Chapter 7 Bankruptcy
Chapter 7 is the simplest and most common type of bankruptcy filing. Chapter 7 is a liquidation bankruptcy. Basically the debtor submits a summary of his financial condition, including a list of all his assets and all his debts. And, in effect, he says to the court: “This is what I own. This is what I owe. Please release me of what I owe (subject to some legal exceptions) and I would give up what I own to my creditors (again subject to some legal exceptions).”
Since the law does not want to leave the debtor destitute, it provides a list of property, depending upon the law of the jurisdiction where the case is filed, that the debtor is entitled to keep. See exemptions in bankruptcy for DC, Virginia and Maryland. With proper planning the debtor will keep all he owns, or negotiates agreements with the trustee on any unprotected property.
Most common debts are discharged, including credit cards, medical bills, and mortgages (although the lien which makes the house collateral for the loan survives the bankruptcy). Some debts, usually for reasons of public policy, are not discharged, including most student loans, governmental fines, criminal restitution, and many (but not all) taxes.
To file a Chapter 7 case, in which, unlike Chapter 13, no payments are made to the court, and not be subject to an objection from the US Trustee (UST) as being “abusive” of the bankruptcy system, the debtor’s household income must be less than the median for his state of residence, or he must pass a “Means Test” to see if he could fund a viable Chapter 13 plan.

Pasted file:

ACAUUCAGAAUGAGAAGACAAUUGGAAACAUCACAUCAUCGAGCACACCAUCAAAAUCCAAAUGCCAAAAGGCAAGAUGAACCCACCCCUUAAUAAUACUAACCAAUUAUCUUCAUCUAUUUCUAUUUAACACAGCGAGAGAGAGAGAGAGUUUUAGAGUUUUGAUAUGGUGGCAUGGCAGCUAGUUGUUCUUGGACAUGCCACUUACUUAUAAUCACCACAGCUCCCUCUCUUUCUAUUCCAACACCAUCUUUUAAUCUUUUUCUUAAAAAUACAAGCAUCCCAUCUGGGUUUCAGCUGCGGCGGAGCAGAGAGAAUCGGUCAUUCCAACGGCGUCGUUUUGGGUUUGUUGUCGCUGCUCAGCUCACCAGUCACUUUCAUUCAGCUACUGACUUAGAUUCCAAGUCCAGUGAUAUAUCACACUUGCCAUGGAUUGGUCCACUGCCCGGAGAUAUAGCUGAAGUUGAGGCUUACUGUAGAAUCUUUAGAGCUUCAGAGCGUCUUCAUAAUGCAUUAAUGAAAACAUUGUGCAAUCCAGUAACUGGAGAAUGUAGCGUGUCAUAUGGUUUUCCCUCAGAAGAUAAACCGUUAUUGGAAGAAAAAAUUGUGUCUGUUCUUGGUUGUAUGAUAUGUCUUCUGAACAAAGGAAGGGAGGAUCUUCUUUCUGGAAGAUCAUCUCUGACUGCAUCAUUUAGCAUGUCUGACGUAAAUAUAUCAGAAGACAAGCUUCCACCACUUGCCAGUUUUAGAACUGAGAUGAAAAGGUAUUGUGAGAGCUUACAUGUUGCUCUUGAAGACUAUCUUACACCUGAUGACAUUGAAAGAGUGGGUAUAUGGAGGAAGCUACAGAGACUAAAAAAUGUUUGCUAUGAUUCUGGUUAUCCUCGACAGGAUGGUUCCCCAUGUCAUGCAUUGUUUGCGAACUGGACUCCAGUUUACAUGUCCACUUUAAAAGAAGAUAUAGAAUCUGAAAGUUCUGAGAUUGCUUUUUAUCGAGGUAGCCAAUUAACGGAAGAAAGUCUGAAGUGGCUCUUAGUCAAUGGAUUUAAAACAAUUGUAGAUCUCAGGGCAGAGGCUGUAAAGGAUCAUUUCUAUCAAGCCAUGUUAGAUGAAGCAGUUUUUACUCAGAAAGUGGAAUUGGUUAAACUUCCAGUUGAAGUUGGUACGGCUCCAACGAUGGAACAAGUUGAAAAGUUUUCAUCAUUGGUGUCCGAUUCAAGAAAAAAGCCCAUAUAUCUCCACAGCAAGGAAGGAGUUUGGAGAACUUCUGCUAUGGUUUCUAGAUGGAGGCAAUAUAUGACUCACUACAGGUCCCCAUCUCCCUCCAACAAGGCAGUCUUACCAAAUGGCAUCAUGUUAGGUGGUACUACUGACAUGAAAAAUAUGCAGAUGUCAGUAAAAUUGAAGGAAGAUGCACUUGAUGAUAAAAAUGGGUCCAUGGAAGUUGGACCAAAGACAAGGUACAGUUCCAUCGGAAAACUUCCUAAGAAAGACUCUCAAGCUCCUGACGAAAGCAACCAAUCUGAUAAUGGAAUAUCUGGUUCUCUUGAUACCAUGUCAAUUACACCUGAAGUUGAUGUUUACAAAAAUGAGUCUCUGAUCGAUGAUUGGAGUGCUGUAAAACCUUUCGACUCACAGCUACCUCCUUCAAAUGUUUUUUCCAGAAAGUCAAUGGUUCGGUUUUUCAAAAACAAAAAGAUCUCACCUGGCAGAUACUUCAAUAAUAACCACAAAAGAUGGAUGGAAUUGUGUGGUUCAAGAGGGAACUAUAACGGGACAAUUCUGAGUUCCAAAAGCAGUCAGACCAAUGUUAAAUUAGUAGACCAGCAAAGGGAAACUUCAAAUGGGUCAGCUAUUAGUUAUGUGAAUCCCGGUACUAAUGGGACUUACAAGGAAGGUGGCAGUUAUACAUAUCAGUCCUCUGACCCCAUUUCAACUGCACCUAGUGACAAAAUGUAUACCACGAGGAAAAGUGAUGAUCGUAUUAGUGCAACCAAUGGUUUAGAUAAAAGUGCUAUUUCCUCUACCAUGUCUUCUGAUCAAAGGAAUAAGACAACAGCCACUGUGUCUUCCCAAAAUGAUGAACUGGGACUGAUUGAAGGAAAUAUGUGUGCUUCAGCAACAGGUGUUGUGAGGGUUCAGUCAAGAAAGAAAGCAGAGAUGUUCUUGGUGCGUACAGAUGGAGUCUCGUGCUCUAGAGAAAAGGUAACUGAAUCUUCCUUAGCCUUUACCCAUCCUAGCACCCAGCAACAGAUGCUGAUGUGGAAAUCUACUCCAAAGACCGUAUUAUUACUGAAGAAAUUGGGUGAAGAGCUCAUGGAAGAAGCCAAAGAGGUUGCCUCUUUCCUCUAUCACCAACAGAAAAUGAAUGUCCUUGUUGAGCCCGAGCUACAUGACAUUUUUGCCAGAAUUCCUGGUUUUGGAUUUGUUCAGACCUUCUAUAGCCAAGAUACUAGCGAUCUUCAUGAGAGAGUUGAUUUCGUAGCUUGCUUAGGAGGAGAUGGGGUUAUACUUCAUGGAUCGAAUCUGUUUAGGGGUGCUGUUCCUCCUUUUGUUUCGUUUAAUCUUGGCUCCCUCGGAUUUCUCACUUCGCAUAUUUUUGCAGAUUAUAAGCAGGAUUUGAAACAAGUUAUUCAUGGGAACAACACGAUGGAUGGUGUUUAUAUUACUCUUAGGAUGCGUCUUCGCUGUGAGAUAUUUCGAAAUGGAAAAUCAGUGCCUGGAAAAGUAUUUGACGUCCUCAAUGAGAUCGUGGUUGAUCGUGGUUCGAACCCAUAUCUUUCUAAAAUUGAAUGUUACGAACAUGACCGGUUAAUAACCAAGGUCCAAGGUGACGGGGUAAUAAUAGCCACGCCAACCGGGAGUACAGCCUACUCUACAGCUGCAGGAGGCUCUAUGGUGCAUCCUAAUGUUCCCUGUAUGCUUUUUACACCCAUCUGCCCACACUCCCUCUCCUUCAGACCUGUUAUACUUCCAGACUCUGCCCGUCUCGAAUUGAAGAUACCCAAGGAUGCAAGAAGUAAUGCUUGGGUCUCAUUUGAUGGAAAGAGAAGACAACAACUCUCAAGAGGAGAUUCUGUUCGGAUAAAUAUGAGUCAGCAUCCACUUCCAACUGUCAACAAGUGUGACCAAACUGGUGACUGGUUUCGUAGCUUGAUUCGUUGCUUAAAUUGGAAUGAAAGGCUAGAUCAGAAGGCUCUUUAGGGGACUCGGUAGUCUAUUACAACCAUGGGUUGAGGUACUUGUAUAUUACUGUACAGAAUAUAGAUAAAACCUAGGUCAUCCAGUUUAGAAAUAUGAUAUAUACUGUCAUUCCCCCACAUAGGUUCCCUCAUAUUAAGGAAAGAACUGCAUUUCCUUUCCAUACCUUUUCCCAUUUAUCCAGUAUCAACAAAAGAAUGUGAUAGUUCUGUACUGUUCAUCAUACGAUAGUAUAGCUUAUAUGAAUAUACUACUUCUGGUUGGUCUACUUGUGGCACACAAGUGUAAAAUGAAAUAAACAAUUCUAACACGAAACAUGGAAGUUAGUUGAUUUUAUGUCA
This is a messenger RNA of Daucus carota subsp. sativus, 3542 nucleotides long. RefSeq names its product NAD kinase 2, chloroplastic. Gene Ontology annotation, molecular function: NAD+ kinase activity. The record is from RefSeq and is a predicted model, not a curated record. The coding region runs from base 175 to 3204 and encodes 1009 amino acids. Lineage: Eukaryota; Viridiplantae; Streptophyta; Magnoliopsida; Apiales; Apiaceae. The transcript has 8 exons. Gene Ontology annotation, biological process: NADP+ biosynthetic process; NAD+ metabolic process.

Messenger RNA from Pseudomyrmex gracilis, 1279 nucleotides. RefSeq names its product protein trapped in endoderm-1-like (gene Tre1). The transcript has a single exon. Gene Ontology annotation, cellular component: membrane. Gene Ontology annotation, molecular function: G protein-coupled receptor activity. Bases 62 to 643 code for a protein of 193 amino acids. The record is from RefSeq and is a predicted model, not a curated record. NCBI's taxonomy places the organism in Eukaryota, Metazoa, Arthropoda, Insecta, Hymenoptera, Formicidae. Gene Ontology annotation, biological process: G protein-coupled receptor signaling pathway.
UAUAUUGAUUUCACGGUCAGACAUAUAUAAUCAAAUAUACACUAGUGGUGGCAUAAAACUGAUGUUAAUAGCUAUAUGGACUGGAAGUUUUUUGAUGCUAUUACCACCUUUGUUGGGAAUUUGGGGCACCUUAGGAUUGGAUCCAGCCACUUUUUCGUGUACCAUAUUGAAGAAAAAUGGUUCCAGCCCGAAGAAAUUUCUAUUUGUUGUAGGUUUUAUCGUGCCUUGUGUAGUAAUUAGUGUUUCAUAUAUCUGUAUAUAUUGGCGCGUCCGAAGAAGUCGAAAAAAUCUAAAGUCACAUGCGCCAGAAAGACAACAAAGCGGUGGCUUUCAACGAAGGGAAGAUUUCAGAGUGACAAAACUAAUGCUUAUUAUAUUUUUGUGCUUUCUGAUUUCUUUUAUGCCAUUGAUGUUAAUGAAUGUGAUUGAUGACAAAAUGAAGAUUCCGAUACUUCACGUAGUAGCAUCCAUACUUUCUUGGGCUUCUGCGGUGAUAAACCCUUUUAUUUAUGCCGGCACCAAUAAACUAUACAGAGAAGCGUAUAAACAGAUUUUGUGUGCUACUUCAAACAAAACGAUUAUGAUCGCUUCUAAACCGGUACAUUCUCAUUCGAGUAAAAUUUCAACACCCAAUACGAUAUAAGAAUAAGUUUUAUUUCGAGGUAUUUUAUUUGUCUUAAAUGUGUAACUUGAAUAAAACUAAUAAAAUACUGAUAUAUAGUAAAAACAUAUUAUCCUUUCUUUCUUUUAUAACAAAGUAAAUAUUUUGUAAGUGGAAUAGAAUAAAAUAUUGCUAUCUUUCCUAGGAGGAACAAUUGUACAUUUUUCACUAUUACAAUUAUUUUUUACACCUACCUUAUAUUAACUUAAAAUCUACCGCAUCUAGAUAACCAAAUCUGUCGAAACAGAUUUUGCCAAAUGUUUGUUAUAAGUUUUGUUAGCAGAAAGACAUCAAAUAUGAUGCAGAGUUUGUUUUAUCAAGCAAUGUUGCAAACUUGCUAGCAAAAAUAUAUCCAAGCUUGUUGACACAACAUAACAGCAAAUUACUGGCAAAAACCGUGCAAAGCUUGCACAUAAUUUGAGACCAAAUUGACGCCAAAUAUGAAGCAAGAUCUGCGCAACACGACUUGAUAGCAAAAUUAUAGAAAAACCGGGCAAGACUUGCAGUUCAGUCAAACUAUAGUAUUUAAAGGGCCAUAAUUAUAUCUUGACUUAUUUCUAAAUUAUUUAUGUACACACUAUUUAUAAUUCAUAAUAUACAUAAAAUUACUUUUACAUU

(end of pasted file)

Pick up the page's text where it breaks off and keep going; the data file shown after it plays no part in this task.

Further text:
Another key pre–filing requirement is a mandatory session with a UST–approved credit counseling agency to see if a debt–management plan (DMP) can be designed to resolve your financial issues. Very rarely can a viable DMP be designed. In fact, most honest credit counseling organizations will recommend bankruptcy to the client when a DMP will not benefit the debtor. You must file a certificate of your credit counseling session with your case, or it will be dismissed.
Once the case is filed the debtor automatically comes under the protection of the court and all creditor debt–enforcement action must cease. At the same time, a trustee is appointed to administer the case. The debtor, along with his attorney, is given notification of a date and time for a meeting with that trustee, and any interested creditors, to answer questions about the filing. Most Chapter 7 cases are “no asset” cases, and hence, the meeting is a formality taking about five to ten minutes.
After the meeting, the case enters a waiting period, about ninety days usually in the bankruptcy courts of DC, Virginia and Maryland, to permit the creditors to investigate the case and contest the discharge, usually upon fraud grounds, but which very rarely happens. During that time, the debtor must also take a UST–approved course in personal financial management (PFM) and file it with the court. Upon the expiration of the period, a discharge order is issued, but only if the PFM certificate is on file with the court, and the case is closed.
Businesses, too, can file Chapter 7. However, there is no discharge. One of the main motivations for a business Chapter 7 would be to liquidate the enterprise under court supervision and thereby stop calls to the owner and other efforts by creditors trying to collect on the company.